Tag Archives: Vanessa de Mata

Summer in Chicago Mix 2010

With back-to-back dinner parties this weekend, I of course had to spend a good chunk of time obsessing about the proper soundtrack for said soirees.  The answer I came up with is the collection presented here: 19 food and family friendly tracks you probably haven’t heard but will want to.

For loyal readers of this blog, this CD will serve as a nostalgic tour through the mellower tracks that have emerged as my favorites over the last year or so.  For the newbies out there, feel free to search the artists’ names on the blog so that you can learn more about them.  And do track down their commercial releases: there’s not a band on here that’s not worth the price of admission.

Anyway, without further ado, here’s the track list and the link to the music. Continue reading

Sultry Sounds from South of the Border

When in search of some sultry new songs, it’s always a pretty safe bet to look south of our border.  In that spirit, here are three hot new(ish) tracks from Brazil, Colombia, and Mexico.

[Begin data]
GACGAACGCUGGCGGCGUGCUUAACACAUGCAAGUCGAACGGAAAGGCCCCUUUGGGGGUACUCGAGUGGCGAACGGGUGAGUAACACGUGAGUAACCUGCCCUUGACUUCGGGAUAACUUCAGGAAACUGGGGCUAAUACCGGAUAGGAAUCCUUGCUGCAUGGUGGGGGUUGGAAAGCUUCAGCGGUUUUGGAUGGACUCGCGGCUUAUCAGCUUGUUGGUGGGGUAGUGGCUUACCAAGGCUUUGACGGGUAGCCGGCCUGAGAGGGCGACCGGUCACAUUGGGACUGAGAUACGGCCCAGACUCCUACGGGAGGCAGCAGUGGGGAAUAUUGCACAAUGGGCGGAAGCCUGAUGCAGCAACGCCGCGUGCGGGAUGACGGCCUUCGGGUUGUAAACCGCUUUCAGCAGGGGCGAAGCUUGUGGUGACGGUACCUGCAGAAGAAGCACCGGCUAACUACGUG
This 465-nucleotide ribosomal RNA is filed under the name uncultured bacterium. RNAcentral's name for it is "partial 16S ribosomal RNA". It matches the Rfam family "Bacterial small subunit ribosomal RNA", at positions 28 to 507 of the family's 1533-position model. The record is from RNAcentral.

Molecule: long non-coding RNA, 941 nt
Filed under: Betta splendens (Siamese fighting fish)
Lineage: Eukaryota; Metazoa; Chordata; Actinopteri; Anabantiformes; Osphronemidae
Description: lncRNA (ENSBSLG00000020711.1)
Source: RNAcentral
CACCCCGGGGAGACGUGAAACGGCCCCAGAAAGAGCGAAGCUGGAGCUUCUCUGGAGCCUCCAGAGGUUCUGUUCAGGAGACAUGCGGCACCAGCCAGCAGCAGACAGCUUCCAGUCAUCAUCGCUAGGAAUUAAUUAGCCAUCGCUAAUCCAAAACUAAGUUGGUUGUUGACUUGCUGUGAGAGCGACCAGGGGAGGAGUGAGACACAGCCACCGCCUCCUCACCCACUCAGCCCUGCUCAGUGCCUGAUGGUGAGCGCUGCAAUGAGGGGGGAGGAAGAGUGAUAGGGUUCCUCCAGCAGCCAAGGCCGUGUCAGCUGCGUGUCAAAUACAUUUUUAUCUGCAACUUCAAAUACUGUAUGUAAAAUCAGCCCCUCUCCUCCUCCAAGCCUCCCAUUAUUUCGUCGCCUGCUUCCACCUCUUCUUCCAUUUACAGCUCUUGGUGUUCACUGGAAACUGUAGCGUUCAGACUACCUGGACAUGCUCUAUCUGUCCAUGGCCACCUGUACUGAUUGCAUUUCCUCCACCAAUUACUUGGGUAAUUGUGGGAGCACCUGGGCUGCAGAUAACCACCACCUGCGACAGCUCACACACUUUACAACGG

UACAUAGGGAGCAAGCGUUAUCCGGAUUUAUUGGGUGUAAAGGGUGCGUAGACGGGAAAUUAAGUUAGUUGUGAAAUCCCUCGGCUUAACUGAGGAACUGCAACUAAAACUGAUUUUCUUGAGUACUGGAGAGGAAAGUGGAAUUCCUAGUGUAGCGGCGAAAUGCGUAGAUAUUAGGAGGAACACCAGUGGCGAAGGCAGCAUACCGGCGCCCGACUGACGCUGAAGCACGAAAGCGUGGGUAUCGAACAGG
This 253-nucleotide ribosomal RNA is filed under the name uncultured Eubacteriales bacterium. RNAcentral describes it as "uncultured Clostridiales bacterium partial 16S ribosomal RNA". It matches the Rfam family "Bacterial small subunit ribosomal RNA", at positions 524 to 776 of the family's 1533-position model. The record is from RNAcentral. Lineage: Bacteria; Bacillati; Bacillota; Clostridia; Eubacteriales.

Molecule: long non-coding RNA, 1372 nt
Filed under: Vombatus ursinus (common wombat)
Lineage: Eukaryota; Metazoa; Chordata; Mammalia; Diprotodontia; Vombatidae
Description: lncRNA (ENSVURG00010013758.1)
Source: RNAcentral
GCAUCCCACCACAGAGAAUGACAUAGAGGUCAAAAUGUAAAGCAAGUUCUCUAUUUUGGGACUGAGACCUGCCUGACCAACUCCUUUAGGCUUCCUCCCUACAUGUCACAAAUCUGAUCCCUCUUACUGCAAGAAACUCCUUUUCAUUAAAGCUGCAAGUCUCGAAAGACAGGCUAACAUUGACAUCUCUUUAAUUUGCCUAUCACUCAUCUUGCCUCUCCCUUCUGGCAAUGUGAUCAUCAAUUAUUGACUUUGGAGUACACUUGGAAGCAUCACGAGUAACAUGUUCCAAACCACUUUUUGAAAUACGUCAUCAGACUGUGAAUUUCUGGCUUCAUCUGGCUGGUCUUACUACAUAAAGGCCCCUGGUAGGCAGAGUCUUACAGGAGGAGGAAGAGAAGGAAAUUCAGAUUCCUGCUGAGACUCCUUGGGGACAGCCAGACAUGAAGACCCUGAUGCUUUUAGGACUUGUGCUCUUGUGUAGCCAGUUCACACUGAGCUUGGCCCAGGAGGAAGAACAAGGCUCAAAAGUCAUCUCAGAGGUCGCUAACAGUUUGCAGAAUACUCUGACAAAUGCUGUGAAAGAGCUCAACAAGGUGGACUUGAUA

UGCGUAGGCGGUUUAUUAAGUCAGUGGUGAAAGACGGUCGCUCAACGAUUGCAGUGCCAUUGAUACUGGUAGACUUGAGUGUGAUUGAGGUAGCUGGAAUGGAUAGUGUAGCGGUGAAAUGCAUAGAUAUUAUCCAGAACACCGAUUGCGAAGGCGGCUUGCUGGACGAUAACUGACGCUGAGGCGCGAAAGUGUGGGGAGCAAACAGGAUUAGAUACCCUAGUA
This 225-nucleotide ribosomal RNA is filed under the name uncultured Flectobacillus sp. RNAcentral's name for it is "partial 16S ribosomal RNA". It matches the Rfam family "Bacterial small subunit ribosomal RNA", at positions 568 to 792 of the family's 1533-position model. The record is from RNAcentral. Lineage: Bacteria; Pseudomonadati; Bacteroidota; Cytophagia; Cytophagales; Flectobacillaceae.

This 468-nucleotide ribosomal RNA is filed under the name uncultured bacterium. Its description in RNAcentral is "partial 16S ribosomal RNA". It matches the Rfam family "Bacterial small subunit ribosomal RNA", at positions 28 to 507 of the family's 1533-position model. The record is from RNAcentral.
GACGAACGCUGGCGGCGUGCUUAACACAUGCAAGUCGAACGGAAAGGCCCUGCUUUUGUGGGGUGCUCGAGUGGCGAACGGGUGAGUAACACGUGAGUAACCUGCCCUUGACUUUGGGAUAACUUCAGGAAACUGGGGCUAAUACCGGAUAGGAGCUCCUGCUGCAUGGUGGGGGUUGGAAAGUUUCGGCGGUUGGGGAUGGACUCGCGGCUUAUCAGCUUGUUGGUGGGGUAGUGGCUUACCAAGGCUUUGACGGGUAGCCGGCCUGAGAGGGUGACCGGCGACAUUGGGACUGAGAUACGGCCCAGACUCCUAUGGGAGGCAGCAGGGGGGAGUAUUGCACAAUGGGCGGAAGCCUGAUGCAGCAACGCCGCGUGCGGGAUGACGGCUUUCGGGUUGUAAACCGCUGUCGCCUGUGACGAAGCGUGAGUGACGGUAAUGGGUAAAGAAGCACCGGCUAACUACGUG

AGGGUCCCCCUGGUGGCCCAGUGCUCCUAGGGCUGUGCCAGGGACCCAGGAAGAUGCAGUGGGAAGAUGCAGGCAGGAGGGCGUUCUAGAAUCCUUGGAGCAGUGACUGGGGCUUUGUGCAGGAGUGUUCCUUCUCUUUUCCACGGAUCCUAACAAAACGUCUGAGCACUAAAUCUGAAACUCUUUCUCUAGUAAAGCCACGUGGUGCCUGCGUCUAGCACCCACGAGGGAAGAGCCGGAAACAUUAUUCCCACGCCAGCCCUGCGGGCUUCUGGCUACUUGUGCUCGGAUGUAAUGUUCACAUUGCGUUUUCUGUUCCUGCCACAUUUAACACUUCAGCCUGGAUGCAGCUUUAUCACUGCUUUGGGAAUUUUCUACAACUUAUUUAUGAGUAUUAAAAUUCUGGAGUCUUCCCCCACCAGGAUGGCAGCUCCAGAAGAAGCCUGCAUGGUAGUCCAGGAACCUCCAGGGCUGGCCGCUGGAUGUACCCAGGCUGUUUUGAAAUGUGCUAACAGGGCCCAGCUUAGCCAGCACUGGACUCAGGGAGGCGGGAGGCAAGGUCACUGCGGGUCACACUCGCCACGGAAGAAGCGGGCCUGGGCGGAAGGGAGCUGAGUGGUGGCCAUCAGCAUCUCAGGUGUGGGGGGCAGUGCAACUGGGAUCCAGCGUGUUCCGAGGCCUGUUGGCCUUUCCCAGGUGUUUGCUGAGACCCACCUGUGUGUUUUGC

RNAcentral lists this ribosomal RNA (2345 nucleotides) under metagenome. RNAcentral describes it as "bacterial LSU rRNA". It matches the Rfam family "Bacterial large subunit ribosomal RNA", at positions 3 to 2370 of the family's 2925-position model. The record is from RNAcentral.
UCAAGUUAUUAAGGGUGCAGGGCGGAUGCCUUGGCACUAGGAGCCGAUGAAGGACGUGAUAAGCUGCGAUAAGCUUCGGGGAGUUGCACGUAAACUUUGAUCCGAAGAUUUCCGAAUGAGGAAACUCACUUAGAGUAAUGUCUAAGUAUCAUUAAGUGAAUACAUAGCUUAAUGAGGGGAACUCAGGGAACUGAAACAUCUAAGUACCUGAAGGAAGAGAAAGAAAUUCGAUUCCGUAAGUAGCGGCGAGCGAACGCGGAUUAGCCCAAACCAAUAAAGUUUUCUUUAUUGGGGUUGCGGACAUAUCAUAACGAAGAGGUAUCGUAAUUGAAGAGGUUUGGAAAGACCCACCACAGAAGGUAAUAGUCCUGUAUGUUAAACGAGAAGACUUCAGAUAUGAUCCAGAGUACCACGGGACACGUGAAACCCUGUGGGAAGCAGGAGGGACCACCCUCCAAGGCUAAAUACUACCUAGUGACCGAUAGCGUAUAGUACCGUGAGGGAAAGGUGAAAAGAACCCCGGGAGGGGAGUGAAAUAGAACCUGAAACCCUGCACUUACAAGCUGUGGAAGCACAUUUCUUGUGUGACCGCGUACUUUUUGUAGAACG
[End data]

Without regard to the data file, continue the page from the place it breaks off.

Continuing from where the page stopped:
The following subtle swirl of samba, brought to you by Vanessa de Mata and Ben Harper (!), is at great risk of being poached by whoever assembles those ghastly “Summer Patio Party” mixes at Pottery Barn.  Before you find yourself buying a CD that has a picture of Brazil perched in a martini glass, grab this and cue it up for your next cocktail party.

Boa Sorte (Good Luck), Vanessa de Mata (featuring Ben Harper)

Born in Tijuana and now making her name in L.A. clubs, Ceci Bastida sounds a bit like a Mexican M.I.A., and is ripe for a re-mix or two that breaks her big.

Empieza a Amanacer con Nina Dioz, Ceci Bastida

One of the more interesting marketing moves of the summer has been Levi’s Pioneer Sessions.  It’s a simple idea: a dozen artists interpreting classic songs.  But it was executed well enough to have a fairly constant presence through the influential bits of the interwebs over the past six weeks or so.  An example of this deft execution is the Colombian electro-pop hipsters Bomba Estereo‘s bilingual re-make of “Pump Up the Jam.”

Pump Up the Jam, Bomba Estereo

Big ups to Levi’s and Cornerstone Promotion who made it happen.  Further evidence that often the best marketing ideas come not from the pursuit of cleverness but rather the fresh execution of something that is true.